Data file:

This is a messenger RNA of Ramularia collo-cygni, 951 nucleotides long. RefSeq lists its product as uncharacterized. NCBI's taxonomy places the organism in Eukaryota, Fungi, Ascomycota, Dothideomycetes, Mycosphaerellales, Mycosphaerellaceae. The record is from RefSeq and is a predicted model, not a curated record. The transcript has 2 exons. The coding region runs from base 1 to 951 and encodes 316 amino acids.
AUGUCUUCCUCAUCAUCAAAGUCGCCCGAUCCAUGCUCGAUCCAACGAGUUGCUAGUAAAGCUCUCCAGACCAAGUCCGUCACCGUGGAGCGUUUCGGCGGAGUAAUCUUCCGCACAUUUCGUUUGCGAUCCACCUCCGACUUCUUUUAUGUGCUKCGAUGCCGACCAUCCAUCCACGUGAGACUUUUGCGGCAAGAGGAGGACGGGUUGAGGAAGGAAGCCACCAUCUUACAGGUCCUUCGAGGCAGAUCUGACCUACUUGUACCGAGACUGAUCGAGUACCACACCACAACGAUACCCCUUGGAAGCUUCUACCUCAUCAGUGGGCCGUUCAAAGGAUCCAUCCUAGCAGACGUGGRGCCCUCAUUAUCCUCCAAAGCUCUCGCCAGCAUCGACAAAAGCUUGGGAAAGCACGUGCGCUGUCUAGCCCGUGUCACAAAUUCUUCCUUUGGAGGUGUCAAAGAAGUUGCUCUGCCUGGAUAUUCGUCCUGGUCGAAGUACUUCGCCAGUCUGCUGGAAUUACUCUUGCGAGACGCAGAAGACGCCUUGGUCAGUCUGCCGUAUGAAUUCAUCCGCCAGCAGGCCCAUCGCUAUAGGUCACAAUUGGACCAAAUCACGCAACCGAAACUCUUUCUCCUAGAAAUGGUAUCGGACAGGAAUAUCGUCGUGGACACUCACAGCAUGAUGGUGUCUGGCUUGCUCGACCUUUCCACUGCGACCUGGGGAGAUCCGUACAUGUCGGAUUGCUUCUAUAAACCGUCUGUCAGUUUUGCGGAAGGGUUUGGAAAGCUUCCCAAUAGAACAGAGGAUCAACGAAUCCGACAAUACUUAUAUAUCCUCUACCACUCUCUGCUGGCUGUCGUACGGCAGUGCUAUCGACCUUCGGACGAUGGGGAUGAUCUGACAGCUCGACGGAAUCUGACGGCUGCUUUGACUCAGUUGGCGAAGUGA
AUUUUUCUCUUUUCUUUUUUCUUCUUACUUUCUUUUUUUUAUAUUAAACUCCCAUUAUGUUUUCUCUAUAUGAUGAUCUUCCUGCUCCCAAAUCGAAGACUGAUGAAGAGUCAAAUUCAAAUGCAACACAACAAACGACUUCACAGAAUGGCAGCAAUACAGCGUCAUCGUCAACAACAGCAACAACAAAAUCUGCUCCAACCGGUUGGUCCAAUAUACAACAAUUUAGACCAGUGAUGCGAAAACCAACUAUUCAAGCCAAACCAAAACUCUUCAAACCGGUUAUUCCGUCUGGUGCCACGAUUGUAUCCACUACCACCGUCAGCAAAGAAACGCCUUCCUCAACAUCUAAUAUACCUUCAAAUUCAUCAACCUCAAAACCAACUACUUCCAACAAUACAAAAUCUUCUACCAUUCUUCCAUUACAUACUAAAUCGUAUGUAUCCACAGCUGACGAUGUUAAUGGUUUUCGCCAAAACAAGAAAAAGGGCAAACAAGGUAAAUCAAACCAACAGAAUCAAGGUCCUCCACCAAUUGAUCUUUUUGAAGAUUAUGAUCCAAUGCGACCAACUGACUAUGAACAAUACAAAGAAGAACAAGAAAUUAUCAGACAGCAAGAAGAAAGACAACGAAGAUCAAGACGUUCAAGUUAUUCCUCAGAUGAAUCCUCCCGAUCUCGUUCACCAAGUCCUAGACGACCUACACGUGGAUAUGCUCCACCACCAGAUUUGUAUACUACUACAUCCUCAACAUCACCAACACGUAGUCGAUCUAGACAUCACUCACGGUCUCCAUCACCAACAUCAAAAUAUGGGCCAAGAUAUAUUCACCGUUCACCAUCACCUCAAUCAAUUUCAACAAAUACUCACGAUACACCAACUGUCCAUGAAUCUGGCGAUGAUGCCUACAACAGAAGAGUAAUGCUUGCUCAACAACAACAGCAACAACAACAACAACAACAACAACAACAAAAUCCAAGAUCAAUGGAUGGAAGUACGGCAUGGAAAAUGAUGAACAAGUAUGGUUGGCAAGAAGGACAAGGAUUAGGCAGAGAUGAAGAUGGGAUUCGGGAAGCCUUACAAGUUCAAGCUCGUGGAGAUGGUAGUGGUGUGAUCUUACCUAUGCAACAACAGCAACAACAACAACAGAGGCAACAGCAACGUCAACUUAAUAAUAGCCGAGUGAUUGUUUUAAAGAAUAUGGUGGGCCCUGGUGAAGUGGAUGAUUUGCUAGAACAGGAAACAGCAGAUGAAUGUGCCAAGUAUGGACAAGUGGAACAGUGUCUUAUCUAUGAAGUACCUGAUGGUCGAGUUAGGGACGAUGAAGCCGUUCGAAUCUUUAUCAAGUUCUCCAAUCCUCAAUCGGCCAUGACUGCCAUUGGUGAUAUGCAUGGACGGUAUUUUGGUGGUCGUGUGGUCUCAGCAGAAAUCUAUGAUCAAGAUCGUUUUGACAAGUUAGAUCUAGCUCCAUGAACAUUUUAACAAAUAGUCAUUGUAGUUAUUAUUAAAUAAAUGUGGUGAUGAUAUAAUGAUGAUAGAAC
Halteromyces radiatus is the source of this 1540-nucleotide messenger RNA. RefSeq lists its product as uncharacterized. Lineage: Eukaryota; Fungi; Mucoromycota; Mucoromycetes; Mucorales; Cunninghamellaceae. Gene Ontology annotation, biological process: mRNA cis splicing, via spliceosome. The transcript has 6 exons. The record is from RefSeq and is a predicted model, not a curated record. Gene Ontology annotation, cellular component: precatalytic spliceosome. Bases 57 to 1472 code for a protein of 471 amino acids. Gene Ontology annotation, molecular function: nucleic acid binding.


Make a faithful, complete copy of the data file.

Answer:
This is a messenger RNA of Ramularia collo-cygni, 951 nucleotides long. RefSeq lists its product as uncharacterized. NCBI's taxonomy places the organism in Eukaryota, Fungi, Ascomycota, Dothideomycetes, Mycosphaerellales, Mycosphaerellaceae. The record is from RefSeq and is a predicted model, not a curated record. The transcript has 2 exons. The coding region runs from base 1 to 951 and encodes 316 amino acids.
AUGUCUUCCUCAUCAUCAAAGUCGCCCGAUCCAUGCUCGAUCCAACGAGUUGCUAGUAAAGCUCUCCAGACCAAGUCCGUCACCGUGGAGCGUUUCGGCGGAGUAAUCUUCCGCACAUUUCGUUUGCGAUCCACCUCCGACUUCUUUUAUGUGCUKCGAUGCCGACCAUCCAUCCACGUGAGACUUUUGCGGCAAGAGGAGGACGGGUUGAGGAAGGAAGCCACCAUCUUACAGGUCCUUCGAGGCAGAUCUGACCUACUUGUACCGAGACUGAUCGAGUACCACACCACAACGAUACCCCUUGGAAGCUUCUACCUCAUCAGUGGGCCGUUCAAAGGAUCCAUCCUAGCAGACGUGGRGCCCUCAUUAUCCUCCAAAGCUCUCGCCAGCAUCGACAAAAGCUUGGGAAAGCACGUGCGCUGUCUAGCCCGUGUCACAAAUUCUUCCUUUGGAGGUGUCAAAGAAGUUGCUCUGCCUGGAUAUUCGUCCUGGUCGAAGUACUUCGCCAGUCUGCUGGAAUUACUCUUGCGAGACGCAGAAGACGCCUUGGUCAGUCUGCCGUAUGAAUUCAUCCGCCAGCAGGCCCAUCGCUAUAGGUCACAAUUGGACCAAAUCACGCAACCGAAACUCUUUCUCCUAGAAAUGGUAUCGGACAGGAAUAUCGUCGUGGACACUCACAGCAUGAUGGUGUCUGGCUUGCUCGACCUUUCCACUGCGACCUGGGGAGAUCCGUACAUGUCGGAUUGCUUCUAUAAACCGUCUGUCAGUUUUGCGGAAGGGUUUGGAAAGCUUCCCAAUAGAACAGAGGAUCAACGAAUCCGACAAUACUUAUAUAUCCUCUACCACUCUCUGCUGGCUGUCGUACGGCAGUGCUAUCGACCUUCGGACGAUGGGGAUGAUCUGACAGCUCGACGGAAUCUGACGGCUGCUUUGACUCAGUUGGCGAAGUGA
AUUUUUCUCUUUUCUUUUUUCUUCUUACUUUCUUUUUUUUAUAUUAAACUCCCAUUAUGUUUUCUCUAUAUGAUGAUCUUCCUGCUCCCAAAUCGAAGACUGAUGAAGAGUCAAAUUCAAAUGCAACACAACAAACGACUUCACAGAAUGGCAGCAAUACAGCGUCAUCGUCAACAACAGCAACAACAAAAUCUGCUCCAACCGGUUGGUCCAAUAUACAACAAUUUAGACCAGUGAUGCGAAAACCAACUAUUCAAGCCAAACCAAAACUCUUCAAACCGGUUAUUCCGUCUGGUGCCACGAUUGUAUCCACUACCACCGUCAGCAAAGAAACGCCUUCCUCAACAUCUAAUAUACCUUCAAAUUCAUCAACCUCAAAACCAACUACUUCCAACAAUACAAAAUCUUCUACCAUUCUUCCAUUACAUACUAAAUCGUAUGUAUCCACAGCUGACGAUGUUAAUGGUUUUCGCCAAAACAAGAAAAAGGGCAAACAAGGUAAAUCAAACCAACAGAAUCAAGGUCCUCCACCAAUUGAUCUUUUUGAAGAUUAUGAUCCAAUGCGACCAACUGACUAUGAACAAUACAAAGAAGAACAAGAAAUUAUCAGACAGCAAGAAGAAAGACAACGAAGAUCAAGACGUUCAAGUUAUUCCUCAGAUGAAUCCUCCCGAUCUCGUUCACCAAGUCCUAGACGACCUACACGUGGAUAUGCUCCACCACCAGAUUUGUAUACUACUACAUCCUCAACAUCACCAACACGUAGUCGAUCUAGACAUCACUCACGGUCUCCAUCACCAACAUCAAAAUAUGGGCCAAGAUAUAUUCACCGUUCACCAUCACCUCAAUCAAUUUCAACAAAUACUCACGAUACACCAACUGUCCAUGAAUCUGGCGAUGAUGCCUACAACAGAAGAGUAAUGCUUGCUCAACAACAACAGCAACAACAACAACAACAACAACAACAACAAAAUCCAAGAUCAAUGGAUGGAAGUACGGCAUGGAAAAUGAUGAACAAGUAUGGUUGGCAAGAAGGACAAGGAUUAGGCAGAGAUGAAGAUGGGAUUCGGGAAGCCUUACAAGUUCAAGCUCGUGGAGAUGGUAGUGGUGUGAUCUUACCUAUGCAACAACAGCAACAACAACAACAGAGGCAACAGCAACGUCAACUUAAUAAUAGCCGAGUGAUUGUUUUAAAGAAUAUGGUGGGCCCUGGUGAAGUGGAUGAUUUGCUAGAACAGGAAACAGCAGAUGAAUGUGCCAAGUAUGGACAAGUGGAACAGUGUCUUAUCUAUGAAGUACCUGAUGGUCGAGUUAGGGACGAUGAAGCCGUUCGAAUCUUUAUCAAGUUCUCCAAUCCUCAAUCGGCCAUGACUGCCAUUGGUGAUAUGCAUGGACGGUAUUUUGGUGGUCGUGUGGUCUCAGCAGAAAUCUAUGAUCAAGAUCGUUUUGACAAGUUAGAUCUAGCUCCAUGAACAUUUUAACAAAUAGUCAUUGUAGUUAUUAUUAAAUAAAUGUGGUGAUGAUAUAAUGAUGAUAGAAC
Halteromyces radiatus is the source of this 1540-nucleotide messenger RNA. RefSeq lists its product as uncharacterized. Lineage: Eukaryota; Fungi; Mucoromycota; Mucoromycetes; Mucorales; Cunninghamellaceae. Gene Ontology annotation, biological process: mRNA cis splicing, via spliceosome. The transcript has 6 exons. The record is from RefSeq and is a predicted model, not a curated record. Gene Ontology annotation, cellular component: precatalytic spliceosome. Bases 57 to 1472 code for a protein of 471 amino acids. Gene Ontology annotation, molecular function: nucleic acid binding.